So what to do when you've gotten off track? Start by getting back to the good stuff. For me that always includes nature's probiotics in the form of fermented vegetables. I mean yes, you can go and buy a bottle of expensive probiotics but why when you can just get them through food! Truly one of my favorite ways of undoing some damage is by eating fermented vegetables. 

Do you feel intimidated by the idea of making your own ferments? Don't! It's surprisingly simple and versatile and your little gut bugs will be very happy to say the least. 

As far as vegetables, you can use whatever you'd like but I find certain combinations work better than others. This assortment is one that my grandparents often made and it's simply cauliflower, green beans and carrots. You can eat fermented vegetables on their own, as a side or chop them up and add them to your favorite dishes. 

All you need is a large jar, filtered water, salt and vegetables. 

fermented vegetable medley
fermented vegetable medley
fermented vegetable medley

fermented vegetable medley 

  • prep time: 5 minutes

  • fermenting time: 2 weeks +

  • yields: 1 half gallon jar


  • 1 small head organic cauliflower

  • a good handful of green beans

  • bunch heirloom or regular carrots

  • 2 tbsp sea salt or pink salt

  • 4 cups warm filtered water

  • 1 clove garlic sliced

  • 1/2 tsp whole peppercorns

  • a few springs of fresh dill



Combine warm water with salt and stir until salt is fully dissolved. Let cool.

Break cauliflower by hand into desired size pieces. Chop carrots in whatever shape you wish, either strips or rounds. You can leave the beans whole or cut them in half. 

Add all vegetables, garlic and dill to the jar and add saltwater until vegetables are fully submerged. Twist on lid and keep away from any places with temperature fluctuation such as stoves or dishwashers.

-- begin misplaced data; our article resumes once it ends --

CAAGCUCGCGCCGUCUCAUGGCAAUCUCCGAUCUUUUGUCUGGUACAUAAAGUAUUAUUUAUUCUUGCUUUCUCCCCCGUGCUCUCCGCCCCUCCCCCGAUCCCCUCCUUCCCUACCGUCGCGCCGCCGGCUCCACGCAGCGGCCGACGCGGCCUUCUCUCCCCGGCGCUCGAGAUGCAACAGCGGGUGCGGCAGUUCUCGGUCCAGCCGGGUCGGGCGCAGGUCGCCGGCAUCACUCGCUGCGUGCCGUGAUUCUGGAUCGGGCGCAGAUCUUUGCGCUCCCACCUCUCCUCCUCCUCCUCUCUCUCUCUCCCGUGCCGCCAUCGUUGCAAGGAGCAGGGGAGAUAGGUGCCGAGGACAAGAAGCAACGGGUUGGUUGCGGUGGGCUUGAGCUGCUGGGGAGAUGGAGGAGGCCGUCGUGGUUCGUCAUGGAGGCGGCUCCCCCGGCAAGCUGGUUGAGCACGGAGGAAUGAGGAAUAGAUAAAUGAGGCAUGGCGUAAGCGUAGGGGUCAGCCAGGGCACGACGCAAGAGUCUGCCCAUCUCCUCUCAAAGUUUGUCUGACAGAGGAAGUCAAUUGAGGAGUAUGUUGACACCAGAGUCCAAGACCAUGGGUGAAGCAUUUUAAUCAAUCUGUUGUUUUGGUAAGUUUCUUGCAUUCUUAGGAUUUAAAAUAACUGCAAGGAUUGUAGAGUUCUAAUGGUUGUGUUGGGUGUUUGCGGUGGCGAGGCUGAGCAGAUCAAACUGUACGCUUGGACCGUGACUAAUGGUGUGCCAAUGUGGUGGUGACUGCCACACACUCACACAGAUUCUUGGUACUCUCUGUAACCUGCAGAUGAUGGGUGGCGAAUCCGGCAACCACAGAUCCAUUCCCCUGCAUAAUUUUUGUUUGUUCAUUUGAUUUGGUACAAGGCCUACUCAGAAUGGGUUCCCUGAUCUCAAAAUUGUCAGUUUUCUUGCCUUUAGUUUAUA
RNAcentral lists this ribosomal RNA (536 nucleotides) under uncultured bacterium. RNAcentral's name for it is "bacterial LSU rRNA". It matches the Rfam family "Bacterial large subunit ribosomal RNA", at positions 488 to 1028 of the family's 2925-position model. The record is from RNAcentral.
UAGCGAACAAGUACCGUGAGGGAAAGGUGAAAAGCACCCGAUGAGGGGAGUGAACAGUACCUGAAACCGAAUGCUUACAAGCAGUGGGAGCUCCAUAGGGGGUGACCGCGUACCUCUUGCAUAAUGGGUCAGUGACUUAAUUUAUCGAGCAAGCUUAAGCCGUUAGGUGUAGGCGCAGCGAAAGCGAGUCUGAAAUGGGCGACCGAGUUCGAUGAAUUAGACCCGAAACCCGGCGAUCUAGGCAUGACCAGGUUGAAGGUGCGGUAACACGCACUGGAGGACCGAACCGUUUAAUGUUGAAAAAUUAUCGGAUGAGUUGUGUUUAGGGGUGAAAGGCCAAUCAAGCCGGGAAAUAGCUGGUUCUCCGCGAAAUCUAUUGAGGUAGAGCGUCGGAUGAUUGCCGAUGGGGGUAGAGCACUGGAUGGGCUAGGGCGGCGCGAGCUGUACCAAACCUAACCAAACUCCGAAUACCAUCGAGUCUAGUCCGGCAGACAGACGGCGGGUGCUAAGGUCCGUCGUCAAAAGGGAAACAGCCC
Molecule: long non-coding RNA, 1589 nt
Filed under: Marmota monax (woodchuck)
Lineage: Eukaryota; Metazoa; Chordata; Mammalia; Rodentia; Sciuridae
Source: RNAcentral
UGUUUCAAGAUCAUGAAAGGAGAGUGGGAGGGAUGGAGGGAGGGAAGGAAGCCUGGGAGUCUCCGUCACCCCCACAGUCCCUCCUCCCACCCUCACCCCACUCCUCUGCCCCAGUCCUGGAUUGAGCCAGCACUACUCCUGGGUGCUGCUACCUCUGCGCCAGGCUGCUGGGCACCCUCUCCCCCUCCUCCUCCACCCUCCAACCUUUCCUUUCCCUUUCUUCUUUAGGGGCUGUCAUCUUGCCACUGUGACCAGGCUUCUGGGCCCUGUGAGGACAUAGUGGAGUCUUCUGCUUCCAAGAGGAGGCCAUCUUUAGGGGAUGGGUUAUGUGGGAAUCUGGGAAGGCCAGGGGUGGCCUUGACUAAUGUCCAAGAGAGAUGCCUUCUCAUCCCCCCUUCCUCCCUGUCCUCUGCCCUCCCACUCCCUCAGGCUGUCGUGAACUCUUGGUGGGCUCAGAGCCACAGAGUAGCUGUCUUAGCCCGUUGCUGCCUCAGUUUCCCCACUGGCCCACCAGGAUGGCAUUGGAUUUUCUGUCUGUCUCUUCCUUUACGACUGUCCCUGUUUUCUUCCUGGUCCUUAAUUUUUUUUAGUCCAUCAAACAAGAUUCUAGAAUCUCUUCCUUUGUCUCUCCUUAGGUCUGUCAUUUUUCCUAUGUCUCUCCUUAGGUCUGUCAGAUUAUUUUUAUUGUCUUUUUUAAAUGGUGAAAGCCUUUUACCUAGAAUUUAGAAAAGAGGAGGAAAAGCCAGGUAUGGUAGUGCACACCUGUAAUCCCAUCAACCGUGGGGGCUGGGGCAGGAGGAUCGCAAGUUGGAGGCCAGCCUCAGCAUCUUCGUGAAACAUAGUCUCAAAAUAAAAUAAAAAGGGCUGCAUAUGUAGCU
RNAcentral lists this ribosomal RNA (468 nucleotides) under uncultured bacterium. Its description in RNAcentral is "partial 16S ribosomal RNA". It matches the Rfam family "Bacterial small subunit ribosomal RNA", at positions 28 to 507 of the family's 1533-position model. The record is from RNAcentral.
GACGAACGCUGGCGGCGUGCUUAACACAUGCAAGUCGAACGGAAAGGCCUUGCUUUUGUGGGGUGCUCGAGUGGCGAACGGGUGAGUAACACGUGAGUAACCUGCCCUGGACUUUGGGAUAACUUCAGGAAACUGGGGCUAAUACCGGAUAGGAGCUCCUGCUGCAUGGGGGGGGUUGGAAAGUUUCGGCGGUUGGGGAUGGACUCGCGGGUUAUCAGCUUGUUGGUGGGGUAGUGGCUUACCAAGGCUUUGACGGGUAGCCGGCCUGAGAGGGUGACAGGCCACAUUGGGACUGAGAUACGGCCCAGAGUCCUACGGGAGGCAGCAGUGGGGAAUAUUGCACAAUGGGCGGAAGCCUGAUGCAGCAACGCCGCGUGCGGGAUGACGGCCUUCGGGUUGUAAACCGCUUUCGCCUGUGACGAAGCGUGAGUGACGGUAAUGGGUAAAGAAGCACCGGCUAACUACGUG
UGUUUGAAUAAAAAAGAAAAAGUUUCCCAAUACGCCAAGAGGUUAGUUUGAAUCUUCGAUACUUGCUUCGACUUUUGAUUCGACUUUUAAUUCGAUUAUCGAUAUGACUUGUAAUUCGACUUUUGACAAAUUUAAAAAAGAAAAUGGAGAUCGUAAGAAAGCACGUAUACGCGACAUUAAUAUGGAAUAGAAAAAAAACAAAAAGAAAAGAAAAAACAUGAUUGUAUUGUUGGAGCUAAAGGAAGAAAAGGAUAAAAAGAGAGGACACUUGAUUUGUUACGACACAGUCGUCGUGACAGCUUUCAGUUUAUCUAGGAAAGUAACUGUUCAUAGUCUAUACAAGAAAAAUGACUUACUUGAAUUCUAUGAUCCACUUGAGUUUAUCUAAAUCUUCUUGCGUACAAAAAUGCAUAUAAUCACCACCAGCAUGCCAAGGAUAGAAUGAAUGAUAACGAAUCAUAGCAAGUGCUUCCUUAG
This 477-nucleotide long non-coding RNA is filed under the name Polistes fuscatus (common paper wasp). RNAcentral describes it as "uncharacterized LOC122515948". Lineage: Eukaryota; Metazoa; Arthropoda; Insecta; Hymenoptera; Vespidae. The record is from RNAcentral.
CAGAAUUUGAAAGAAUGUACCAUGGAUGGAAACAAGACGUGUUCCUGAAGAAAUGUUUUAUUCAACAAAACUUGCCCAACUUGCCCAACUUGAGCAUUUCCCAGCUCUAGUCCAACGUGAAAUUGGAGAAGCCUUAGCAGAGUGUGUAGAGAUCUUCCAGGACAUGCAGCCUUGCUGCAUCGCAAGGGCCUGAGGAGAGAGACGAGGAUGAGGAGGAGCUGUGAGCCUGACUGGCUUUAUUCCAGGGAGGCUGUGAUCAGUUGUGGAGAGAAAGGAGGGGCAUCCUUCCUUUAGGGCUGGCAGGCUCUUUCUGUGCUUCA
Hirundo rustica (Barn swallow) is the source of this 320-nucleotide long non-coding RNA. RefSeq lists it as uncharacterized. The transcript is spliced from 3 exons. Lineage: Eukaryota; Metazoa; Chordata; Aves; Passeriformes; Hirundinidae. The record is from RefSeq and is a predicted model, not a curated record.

Let ferment for 14 or more days. You can "burp" your ferment daily if you want to release some pressure but it's not mandatory. That just means twisting the lid off and back on.  

Want a simple and cheap way to get more probiotics in your diet? Try this delicious fermented vegetable medley. All you need is salt, water, cauliflower, carrots and green beans. #fermentedfood, #fermentedvegetables, #calmeats, #paleo, #vegan, #whole30, #fermentation, #probioticfoods, #guthealthyfoods #guthealth #howtoferment #easyfermentedrecipes

vegetable coconut curry

vegetable coconut curry, lime and cilantro greens
vegetable coconut curry
vegetable coconut curry

When It comes to cooking from scratch, I hear the same struggle over and over. "I don't have time, I don't know where to start, it seems overwhelming". I hear you loud and clear.

It's easy for me to run in the kitchen, throw some stuff together and call it dinner, but if that's not part of your repertoire, it's challenging to get into the groove. But what I've tried to impart over and over is that cooking doesn't have to be complicated to be delicious. 

Besides the fact that I'm a food blogger, I'm also a mother and full time worker and whatever other roles I have to fulfill, so needless to say, I've got a lot of stuff going on. Some days I can cook uninterrupted, sipping away at a glass of wine, gliding through the process. But most days aren't like that so I have to be realistc. My only object is to feed the starving mouths, whining at my feet.

One of my go to meals is this vegetable coconut curry. It's a great option if you're looking for a quick dinner that's going to require minimum effort. It's also practically foolproof since the blender makes the sauce for you and all you have to do is peel, chop and stir. Easy right?